I have long thought that London private banking should have a maxim, ‘When a man is tired of C Hoare, he is tired of life’.
For I cannot think for the life of me why Steven Cooper is giving up the prestigious role of CEO of our oldest private bank to join one of those johnny-come-latelies, otherwise known as challenger banks.
His exact address will be at Aldermore Group from next May where he likewise will be CEO, ultimately reporting to bosses at owner FirstRand of Zuid Afrika.
Steven Cooper / Image courtesy of Barclays
Steve has only spent two years at the helm of Hoare. Why, in this short time, he had barely passed his probationary period. Put another way, he must have only had time to read thoroughly about the first 100 years of the bank at the Sign of the Golden Bottle.
So how sad he has bottled it at Hoares.
Why did he jump? Hoares itself has been unusually generous to their erstwhile CEO although it must be disappointed that his appointment didn’t work out.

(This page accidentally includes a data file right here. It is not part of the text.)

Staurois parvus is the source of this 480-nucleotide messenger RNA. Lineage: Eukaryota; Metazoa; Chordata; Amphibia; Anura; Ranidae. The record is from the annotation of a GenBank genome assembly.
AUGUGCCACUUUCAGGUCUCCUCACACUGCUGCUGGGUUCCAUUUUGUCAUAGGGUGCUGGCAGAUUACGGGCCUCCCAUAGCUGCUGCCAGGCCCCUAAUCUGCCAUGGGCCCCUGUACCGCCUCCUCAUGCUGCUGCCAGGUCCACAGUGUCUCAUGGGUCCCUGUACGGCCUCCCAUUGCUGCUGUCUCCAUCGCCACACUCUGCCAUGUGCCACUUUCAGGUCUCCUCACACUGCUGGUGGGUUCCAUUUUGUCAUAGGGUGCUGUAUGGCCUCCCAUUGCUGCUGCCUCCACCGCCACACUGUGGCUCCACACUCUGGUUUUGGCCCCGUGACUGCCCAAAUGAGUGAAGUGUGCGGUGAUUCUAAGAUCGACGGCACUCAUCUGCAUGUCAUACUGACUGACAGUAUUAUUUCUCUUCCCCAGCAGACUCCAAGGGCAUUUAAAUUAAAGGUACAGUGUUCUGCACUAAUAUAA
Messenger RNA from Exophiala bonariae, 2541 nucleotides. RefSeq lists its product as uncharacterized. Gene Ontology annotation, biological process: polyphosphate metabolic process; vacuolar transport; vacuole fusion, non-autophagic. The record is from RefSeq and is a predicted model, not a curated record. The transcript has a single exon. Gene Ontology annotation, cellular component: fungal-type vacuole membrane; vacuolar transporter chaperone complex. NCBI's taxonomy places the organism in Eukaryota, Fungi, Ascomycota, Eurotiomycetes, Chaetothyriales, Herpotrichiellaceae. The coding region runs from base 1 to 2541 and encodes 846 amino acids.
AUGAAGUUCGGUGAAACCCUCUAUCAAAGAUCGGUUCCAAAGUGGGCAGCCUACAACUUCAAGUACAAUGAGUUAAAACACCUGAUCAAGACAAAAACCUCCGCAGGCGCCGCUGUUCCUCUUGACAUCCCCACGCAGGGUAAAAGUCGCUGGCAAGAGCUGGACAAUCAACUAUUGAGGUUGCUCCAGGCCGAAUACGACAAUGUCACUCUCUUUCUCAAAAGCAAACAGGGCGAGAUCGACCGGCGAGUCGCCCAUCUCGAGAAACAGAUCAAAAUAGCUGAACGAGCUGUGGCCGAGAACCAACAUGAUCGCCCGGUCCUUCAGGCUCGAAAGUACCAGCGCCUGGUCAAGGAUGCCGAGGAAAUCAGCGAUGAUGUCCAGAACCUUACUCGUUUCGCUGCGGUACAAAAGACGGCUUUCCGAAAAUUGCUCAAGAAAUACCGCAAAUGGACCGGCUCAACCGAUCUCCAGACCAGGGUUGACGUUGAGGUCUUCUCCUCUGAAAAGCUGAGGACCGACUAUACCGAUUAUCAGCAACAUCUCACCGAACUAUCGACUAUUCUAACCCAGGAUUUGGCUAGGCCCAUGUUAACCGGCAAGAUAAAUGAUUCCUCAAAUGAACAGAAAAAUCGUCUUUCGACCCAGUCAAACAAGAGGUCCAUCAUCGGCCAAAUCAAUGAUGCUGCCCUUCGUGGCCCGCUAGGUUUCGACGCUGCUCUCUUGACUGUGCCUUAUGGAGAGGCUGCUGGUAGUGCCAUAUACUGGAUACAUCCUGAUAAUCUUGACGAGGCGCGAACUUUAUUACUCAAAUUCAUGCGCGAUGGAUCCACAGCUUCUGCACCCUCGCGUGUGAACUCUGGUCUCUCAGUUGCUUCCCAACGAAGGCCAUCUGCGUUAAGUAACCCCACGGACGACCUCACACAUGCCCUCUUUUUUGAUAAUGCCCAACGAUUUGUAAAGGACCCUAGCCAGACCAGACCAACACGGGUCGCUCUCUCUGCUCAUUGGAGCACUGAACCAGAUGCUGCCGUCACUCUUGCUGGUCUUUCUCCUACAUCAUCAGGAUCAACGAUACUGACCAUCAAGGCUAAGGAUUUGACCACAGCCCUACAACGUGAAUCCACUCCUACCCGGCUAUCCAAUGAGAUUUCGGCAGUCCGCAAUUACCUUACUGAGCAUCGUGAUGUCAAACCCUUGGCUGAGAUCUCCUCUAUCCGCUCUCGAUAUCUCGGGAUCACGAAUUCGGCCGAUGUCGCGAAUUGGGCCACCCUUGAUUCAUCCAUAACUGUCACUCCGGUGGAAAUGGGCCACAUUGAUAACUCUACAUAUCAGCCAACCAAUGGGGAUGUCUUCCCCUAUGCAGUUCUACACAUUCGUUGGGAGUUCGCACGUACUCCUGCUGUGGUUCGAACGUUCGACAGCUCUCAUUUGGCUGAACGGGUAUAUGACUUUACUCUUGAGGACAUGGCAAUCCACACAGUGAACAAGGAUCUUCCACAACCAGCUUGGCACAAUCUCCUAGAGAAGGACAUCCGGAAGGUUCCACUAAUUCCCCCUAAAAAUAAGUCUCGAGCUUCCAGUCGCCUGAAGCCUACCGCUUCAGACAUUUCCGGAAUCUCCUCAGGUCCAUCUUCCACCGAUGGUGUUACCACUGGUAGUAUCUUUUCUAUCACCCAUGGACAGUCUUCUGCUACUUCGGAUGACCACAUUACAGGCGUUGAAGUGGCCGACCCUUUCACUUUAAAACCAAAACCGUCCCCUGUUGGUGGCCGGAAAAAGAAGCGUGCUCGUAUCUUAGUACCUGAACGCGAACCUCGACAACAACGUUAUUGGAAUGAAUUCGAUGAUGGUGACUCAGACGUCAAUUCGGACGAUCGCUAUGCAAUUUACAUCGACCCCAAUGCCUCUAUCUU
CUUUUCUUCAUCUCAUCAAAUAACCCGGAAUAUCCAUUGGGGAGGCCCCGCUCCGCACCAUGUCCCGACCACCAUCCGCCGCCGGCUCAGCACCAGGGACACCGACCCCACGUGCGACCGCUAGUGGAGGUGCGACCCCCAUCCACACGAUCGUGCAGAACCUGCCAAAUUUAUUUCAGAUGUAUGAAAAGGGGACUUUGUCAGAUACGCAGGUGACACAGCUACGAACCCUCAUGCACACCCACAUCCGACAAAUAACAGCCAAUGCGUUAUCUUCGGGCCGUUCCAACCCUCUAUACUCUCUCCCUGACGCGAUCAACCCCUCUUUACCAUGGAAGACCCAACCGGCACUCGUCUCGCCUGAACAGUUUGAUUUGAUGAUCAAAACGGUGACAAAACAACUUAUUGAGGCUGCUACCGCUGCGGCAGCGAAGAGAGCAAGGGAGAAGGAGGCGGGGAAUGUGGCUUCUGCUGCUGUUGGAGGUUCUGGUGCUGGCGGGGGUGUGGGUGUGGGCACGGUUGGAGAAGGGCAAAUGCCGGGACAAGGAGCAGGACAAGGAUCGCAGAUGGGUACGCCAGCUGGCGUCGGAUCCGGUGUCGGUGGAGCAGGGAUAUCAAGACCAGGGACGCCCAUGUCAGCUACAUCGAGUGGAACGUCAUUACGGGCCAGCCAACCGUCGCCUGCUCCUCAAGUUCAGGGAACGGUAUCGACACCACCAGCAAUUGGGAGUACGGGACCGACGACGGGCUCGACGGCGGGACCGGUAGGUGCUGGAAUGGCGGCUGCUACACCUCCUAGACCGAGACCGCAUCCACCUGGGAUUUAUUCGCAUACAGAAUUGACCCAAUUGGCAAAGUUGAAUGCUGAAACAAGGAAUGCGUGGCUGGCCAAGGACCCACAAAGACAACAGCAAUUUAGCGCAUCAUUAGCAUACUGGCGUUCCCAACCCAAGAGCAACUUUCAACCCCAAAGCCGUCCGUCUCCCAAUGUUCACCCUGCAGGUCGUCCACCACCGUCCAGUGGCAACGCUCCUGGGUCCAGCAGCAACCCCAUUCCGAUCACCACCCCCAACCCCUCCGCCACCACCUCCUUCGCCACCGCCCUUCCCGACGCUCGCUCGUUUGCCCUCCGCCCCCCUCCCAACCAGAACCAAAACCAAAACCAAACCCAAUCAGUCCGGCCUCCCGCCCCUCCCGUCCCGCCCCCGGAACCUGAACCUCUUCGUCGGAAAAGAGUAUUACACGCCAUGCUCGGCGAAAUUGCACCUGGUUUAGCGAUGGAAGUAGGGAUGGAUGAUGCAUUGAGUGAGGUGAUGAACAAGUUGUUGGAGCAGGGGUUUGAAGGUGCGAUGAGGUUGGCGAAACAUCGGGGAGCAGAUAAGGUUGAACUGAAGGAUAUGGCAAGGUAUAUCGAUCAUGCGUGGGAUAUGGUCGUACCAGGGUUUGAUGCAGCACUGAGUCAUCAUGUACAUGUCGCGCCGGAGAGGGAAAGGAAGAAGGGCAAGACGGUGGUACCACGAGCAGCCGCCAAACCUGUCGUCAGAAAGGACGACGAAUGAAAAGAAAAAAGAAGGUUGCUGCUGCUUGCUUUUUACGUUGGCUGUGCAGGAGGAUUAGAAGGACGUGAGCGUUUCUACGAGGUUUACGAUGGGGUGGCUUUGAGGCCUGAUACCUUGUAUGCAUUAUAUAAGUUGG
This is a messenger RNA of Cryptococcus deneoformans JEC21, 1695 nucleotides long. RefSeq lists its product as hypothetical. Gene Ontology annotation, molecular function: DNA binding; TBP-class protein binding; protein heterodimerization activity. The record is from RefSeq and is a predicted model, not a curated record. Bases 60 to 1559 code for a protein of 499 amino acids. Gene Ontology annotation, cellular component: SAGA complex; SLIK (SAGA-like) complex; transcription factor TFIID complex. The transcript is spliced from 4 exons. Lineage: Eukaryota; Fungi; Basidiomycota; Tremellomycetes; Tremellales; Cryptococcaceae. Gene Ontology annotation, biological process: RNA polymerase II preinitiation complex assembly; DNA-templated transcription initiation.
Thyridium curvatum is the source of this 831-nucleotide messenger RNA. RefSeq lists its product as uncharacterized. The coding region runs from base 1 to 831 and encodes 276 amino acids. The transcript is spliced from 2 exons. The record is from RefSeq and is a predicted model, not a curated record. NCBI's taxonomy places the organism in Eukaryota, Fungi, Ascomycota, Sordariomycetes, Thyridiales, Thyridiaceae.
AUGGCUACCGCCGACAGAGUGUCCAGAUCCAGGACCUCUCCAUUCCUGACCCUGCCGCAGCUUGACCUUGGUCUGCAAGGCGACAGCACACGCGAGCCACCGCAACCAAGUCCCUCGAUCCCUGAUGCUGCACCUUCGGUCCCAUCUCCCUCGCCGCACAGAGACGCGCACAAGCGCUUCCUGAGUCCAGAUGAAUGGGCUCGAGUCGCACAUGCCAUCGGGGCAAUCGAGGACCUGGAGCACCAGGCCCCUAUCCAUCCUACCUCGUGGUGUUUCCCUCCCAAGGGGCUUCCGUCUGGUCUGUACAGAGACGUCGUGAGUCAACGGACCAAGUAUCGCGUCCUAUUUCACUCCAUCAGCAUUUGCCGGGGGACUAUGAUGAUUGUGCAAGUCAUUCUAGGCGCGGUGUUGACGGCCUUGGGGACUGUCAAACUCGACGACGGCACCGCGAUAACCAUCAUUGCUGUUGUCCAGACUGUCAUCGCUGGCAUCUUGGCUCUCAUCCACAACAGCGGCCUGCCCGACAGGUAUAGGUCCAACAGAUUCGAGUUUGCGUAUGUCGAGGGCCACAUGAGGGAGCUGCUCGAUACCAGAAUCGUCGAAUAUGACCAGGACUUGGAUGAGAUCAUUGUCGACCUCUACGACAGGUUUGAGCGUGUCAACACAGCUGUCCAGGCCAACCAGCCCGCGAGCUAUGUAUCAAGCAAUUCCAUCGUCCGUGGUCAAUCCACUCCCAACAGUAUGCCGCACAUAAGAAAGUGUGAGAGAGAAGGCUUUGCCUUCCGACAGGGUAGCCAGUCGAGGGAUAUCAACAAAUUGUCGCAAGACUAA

“Steven will be missed as a friend and colleague, but his impact will live on through the programme of change and improvement he brought to our organisation,” says senior partner Alexander Hoare.
“Steven has developed a new strategy for the bank, enhanced the executive team, reinforced a powerful focus on the customer, modernised our operations and led the bank through the Covid-19 challenges with sure-footed, calm leadership.”
But note that Hoares is holding Steve to the terms of his contract, and he will not take up the Aldermore job until next May. Seven months on gardening leave will presumably leave him well placed to exhibit personally at the reopening Chelsea Flower Show for 2021.
Although various conspiracy theories are being proffered over Steve’s departure, I always look for the simple answer.
In these frightful days of Covid lockdown, Steve might have become frustrated with his role at Hoares. One clue may come from the reason he was hired back in 2019. The bank had earlier suffered a compliance hit after fai...